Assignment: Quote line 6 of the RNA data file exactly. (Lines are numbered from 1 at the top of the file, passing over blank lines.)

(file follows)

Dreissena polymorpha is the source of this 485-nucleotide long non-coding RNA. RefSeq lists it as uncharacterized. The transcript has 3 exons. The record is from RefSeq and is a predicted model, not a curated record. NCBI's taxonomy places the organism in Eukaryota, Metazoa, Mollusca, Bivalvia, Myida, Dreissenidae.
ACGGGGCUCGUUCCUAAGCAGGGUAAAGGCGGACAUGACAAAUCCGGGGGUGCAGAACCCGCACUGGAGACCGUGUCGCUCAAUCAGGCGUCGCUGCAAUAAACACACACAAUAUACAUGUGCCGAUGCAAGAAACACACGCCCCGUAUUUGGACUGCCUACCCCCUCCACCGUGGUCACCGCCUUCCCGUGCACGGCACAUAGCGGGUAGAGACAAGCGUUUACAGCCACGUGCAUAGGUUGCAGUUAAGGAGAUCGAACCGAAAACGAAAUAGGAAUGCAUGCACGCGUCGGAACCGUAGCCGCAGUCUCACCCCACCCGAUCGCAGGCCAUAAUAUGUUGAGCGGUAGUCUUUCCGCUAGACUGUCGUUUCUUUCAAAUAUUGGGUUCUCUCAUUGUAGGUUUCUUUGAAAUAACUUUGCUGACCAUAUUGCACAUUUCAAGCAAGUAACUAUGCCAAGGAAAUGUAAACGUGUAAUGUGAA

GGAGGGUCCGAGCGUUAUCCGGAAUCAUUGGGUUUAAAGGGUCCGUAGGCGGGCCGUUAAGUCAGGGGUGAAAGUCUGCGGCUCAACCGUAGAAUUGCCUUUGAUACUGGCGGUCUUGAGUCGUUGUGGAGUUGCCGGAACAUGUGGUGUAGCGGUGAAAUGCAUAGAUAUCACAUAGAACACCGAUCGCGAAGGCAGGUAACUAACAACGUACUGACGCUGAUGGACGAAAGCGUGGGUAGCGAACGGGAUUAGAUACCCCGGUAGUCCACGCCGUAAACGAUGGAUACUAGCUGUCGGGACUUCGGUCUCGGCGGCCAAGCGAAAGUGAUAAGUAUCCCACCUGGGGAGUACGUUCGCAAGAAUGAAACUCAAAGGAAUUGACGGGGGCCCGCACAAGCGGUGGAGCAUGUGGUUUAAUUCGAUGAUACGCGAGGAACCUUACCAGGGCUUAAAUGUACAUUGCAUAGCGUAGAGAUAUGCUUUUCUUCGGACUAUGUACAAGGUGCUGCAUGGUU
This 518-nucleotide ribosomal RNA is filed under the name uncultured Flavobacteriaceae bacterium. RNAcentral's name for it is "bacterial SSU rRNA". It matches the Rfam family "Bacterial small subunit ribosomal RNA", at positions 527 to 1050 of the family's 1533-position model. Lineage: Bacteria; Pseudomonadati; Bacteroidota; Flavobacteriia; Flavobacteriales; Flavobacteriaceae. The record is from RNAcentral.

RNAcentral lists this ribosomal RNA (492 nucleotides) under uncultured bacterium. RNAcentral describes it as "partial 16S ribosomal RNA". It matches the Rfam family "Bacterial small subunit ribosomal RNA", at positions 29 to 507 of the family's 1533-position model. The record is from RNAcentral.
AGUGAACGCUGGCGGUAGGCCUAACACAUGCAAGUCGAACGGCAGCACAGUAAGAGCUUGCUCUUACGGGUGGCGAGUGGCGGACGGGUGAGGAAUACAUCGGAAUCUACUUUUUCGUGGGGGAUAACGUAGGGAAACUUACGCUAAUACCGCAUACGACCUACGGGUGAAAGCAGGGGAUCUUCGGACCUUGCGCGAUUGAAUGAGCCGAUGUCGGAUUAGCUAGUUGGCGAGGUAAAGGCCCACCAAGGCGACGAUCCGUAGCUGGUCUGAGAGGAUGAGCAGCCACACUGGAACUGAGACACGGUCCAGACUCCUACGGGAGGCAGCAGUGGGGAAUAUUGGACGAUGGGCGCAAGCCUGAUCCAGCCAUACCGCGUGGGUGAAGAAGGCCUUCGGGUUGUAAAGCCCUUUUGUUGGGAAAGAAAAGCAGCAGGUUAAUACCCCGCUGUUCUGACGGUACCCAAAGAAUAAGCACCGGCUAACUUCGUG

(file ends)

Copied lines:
AGUGAACGCUGGCGGUAGGCCUAACACAUGCAAGUCGAACGGCAGCACAGUAAGAGCUUGCUCUUACGGGUGGCGAGUGGCGGACGGGUGAGGAAUACAUCGGAAUCUACUUUUUCGUGGGGGAUAACGUAGGGAAACUUACGCUAAUACCGCAUACGACCUACGGGUGAAAGCAGGGGAUCUUCGGACCUUGCGCGAUUGAAUGAGCCGAUGUCGGAUUAGCUAGUUGGCGAGGUAAAGGCCCACCAAGGCGACGAUCCGUAGCUGGUCUGAGAGGAUGAGCAGCCACACUGGAACUGAGACACGGUCCAGACUCCUACGGGAGGCAGCAGUGGGGAAUAUUGGACGAUGGGCGCAAGCCUGAUCCAGCCAUACCGCGUGGGUGAAGAAGGCCUUCGGGUUGUAAAGCCCUUUUGUUGGGAAAGAAAAGCAGCAGGUUAAUACCCCGCUGUUCUGACGGUACCCAAAGAAUAAGCACCGGCUAACUUCGUG